UnixWorld Online: Product Review: No. 003

A Wolf Slips Into Sheeps' Clothing

By Walter Alan Zintz

Putting the power of Unix along with ubiquitous DOS/Windows (or OS/2) in a single desktop system has long been desirable, but difficult. SPARCard 5 from Opus Systems shows that it can be done with no compromises on either side, and with less trouble and expense than two separate systems would be.

Here's the table of contents for this review:

Here's a 58K JPEG photograph and 58K PostScript diagram of the hardware boards.

Opus Systems makes SPARC-based boards that slip inside standard IBM-architecture PCs. A lot of companies have produced accelerator or co-processor boards for PCs over the years. They're mostly history while Opus is going strong, primarily because the Opus SPARCards are not helpers designed to boost performance of the basic PC; rather they constitute a completely separate SPARC/Unix computer that happens to live inside a PC and share some of its peripheral resources.

The Hardware You Get

Minimum SPARCard 5 hardware consists of two boards. One of them contains a microSPARC II CPU, running at 70, 85 or 92 MHz. (Opus can run these chips at faster clock speeds than Sun does, because every Opus SPARCard 5 has a mini cooling fan on the board, right next to the CPU.) It also has sockets for 60 ns SIMM RAM; 8 to 128 MB of it. RAM is not included with the board.

The other essential board is for I/O. It has the works: Ethernet with internal thicknet cable (10-base5) and external unshielded twisted-pair (10-baseT) connections; synchronous SCSI-2 with internal and external connections; two-slot, 32-bit SBus connector; Centronics-parallel output; two RS232 channels; 8-bit, 8 kHz audio interface; plus a direct-drive connection for an 8-ohm loudspeaker. Not all of these are provided with plug-in connectors. It also has controllers and connections for a 3.5-inch, 1.44 MB floppy drive; a Type 4 keyboard; and a 3-button mouse--for each of these units, the board can be configured to let the SPARCard share the corresponding PC unit or have exclusive use of a separate one.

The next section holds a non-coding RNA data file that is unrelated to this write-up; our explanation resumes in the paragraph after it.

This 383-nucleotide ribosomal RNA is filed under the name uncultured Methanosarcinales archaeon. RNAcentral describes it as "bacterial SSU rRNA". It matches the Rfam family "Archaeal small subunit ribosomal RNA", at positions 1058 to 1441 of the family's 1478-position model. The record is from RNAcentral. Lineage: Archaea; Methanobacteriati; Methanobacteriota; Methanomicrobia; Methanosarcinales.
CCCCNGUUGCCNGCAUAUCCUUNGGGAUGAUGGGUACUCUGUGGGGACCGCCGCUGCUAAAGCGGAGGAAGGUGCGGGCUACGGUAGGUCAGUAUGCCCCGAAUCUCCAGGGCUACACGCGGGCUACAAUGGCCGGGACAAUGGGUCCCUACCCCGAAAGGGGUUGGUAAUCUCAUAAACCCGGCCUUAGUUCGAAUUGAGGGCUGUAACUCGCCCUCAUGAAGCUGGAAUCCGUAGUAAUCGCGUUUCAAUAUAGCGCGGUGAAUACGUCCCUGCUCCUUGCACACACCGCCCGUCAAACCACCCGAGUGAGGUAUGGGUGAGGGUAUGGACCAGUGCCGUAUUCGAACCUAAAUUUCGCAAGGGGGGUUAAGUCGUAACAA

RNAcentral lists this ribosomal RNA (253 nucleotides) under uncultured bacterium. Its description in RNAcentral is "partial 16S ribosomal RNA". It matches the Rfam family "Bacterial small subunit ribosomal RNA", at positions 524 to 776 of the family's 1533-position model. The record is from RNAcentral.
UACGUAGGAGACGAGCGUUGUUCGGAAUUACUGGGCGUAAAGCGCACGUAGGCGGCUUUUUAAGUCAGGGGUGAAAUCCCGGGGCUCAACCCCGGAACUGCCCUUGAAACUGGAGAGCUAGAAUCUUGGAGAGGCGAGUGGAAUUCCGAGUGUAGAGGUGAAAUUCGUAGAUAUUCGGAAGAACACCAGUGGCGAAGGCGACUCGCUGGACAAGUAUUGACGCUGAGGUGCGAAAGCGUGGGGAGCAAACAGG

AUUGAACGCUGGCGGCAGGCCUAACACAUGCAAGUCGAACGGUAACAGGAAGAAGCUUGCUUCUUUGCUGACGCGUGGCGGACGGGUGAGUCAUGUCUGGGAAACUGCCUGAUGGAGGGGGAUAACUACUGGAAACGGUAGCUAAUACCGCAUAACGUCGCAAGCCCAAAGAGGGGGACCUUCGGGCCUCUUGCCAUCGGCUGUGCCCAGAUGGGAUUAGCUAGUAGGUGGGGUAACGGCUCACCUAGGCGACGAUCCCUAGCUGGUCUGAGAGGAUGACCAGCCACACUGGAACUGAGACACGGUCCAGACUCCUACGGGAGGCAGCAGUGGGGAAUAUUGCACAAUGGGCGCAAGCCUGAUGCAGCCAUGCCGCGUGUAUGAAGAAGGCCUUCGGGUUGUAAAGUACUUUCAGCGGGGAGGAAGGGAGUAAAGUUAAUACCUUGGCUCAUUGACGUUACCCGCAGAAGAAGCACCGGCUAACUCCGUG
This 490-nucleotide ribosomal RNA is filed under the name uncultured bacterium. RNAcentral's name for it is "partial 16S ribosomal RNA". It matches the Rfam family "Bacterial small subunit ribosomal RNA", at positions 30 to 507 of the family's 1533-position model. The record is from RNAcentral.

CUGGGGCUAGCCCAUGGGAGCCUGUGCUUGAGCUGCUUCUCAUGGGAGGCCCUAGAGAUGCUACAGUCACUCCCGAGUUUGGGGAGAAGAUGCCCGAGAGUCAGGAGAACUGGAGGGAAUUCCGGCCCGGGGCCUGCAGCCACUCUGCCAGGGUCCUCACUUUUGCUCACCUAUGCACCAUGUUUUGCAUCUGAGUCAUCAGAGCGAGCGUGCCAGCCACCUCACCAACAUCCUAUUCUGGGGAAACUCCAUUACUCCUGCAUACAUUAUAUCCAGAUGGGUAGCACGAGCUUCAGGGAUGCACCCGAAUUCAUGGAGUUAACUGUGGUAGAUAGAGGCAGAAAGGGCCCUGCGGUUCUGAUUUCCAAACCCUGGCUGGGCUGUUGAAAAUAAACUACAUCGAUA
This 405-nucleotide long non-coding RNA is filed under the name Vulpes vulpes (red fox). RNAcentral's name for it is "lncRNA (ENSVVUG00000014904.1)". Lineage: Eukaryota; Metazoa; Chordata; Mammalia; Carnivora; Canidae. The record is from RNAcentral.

If the system is to have a monitor (embedded systems often don't), then a PC3i board is also needed. It contains the frame buffer, the video signal generator and a source switch, with screen resolutions up to 1152 x 900 and 256 displayable colors out of a palette of 16.8 million. The SPARCard 5 architecture lets the user choose whether to share the PC monitor or use a separate one for the Unix side. Because sharing is the obvious choice in most cases, this board supports only PC signal generation--using a separate Sun-type monitor requires adding a fourth board. But whichever the user chooses, the GUI that appears when Unix is in use will be familiar X Window System, OpenWindows, or SunView, not MS Windows.

The one essential PC peripheral that SPARCard 5 does not share is the IDE hard disk. This is primarily to avoid throughput bogdown, especially because the PC and the SPARCard may be--and often will be--running separate programs at the same time. No hard disk is automatically supplied with a SPARCard 5--the user must either add a SCSI hard disk or, if the SPARCard will be networked, run as a diskless node.

The Software You'll Need

SPARCard 5 is certified as SCD-compliant by SPARC International, which requires the SunOS operating system and the supporting Solaris user environment. (SunOS is the Unix kernel and other necessities of system operation; Solaris includes all those utilities we've come to think of as an integral part of the Unix environment.) Every SPARCard 5 sale includes a two-user license to run this software, but does not include the software itself. The software does come loaded on every hard disk that Opus sells along with a SPARCard 5; otherwise you must buy it separately from Opus or obtain it through another channel.